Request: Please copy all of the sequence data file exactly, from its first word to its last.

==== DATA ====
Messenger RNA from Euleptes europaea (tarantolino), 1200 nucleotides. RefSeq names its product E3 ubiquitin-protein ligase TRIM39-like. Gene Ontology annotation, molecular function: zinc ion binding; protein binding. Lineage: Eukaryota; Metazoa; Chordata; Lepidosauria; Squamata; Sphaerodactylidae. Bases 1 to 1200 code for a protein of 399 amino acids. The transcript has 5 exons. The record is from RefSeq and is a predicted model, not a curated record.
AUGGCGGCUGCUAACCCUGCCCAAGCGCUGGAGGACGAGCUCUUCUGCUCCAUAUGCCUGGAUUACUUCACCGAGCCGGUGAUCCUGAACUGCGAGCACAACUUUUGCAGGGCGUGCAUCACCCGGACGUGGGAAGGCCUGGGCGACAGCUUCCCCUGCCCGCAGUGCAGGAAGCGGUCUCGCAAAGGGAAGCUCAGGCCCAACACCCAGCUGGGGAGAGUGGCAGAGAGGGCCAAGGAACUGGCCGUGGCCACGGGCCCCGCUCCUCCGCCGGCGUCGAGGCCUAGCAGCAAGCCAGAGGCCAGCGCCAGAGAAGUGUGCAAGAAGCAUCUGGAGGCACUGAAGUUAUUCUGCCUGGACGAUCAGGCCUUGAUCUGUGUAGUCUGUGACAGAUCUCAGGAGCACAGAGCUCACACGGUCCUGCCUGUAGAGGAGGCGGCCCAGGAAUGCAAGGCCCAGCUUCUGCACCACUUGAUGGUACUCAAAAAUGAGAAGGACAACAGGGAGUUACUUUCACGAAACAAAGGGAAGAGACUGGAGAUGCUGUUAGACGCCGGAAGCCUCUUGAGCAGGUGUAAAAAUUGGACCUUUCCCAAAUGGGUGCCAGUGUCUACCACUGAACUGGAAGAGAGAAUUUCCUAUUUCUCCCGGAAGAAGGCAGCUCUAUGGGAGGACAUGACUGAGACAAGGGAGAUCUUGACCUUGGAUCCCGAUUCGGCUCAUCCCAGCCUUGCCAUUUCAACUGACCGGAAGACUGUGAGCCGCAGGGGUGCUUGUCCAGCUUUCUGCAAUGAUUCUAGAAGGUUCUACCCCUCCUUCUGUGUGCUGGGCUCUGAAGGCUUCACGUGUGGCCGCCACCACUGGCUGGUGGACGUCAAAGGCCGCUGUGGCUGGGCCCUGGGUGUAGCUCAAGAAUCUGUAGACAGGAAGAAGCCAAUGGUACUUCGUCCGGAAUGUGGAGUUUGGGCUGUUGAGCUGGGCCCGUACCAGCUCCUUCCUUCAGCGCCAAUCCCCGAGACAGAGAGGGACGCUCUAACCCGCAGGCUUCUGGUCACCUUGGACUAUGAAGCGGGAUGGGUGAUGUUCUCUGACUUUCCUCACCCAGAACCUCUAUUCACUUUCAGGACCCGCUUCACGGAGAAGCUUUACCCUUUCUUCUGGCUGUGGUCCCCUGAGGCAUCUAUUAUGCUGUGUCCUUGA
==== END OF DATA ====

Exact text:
Messenger RNA from Euleptes europaea (tarantolino), 1200 nucleotides. RefSeq names its product E3 ubiquitin-protein ligase TRIM39-like. Gene Ontology annotation, molecular function: zinc ion binding; protein binding. Lineage: Eukaryota; Metazoa; Chordata; Lepidosauria; Squamata; Sphaerodactylidae. Bases 1 to 1200 code for a protein of 399 amino acids. The transcript has 5 exons. The record is from RefSeq and is a predicted model, not a curated record.
AUGGCGGCUGCUAACCCUGCCCAAGCGCUGGAGGACGAGCUCUUCUGCUCCAUAUGCCUGGAUUACUUCACCGAGCCGGUGAUCCUGAACUGCGAGCACAACUUUUGCAGGGCGUGCAUCACCCGGACGUGGGAAGGCCUGGGCGACAGCUUCCCCUGCCCGCAGUGCAGGAAGCGGUCUCGCAAAGGGAAGCUCAGGCCCAACACCCAGCUGGGGAGAGUGGCAGAGAGGGCCAAGGAACUGGCCGUGGCCACGGGCCCCGCUCCUCCGCCGGCGUCGAGGCCUAGCAGCAAGCCAGAGGCCAGCGCCAGAGAAGUGUGCAAGAAGCAUCUGGAGGCACUGAAGUUAUUCUGCCUGGACGAUCAGGCCUUGAUCUGUGUAGUCUGUGACAGAUCUCAGGAGCACAGAGCUCACACGGUCCUGCCUGUAGAGGAGGCGGCCCAGGAAUGCAAGGCCCAGCUUCUGCACCACUUGAUGGUACUCAAAAAUGAGAAGGACAACAGGGAGUUACUUUCACGAAACAAAGGGAAGAGACUGGAGAUGCUGUUAGACGCCGGAAGCCUCUUGAGCAGGUGUAAAAAUUGGACCUUUCCCAAAUGGGUGCCAGUGUCUACCACUGAACUGGAAGAGAGAAUUUCCUAUUUCUCCCGGAAGAAGGCAGCUCUAUGGGAGGACAUGACUGAGACAAGGGAGAUCUUGACCUUGGAUCCCGAUUCGGCUCAUCCCAGCCUUGCCAUUUCAACUGACCGGAAGACUGUGAGCCGCAGGGGUGCUUGUCCAGCUUUCUGCAAUGAUUCUAGAAGGUUCUACCCCUCCUUCUGUGUGCUGGGCUCUGAAGGCUUCACGUGUGGCCGCCACCACUGGCUGGUGGACGUCAAAGGCCGCUGUGGCUGGGCCCUGGGUGUAGCUCAAGAAUCUGUAGACAGGAAGAAGCCAAUGGUACUUCGUCCGGAAUGUGGAGUUUGGGCUGUUGAGCUGGGCCCGUACCAGCUCCUUCCUUCAGCGCCAAUCCCCGAGACAGAGAGGGACGCUCUAACCCGCAGGCUUCUGGUCACCUUGGACUAUGAAGCGGGAUGGGUGAUGUUCUCUGACUUUCCUCACCCAGAACCUCUAUUCACUUUCAGGACCCGCUUCACGGAGAAGCUUUACCCUUUCUUCUGGCUGUGGUCCCCUGAGGCAUCUAUUAUGCUGUGUCCUUGA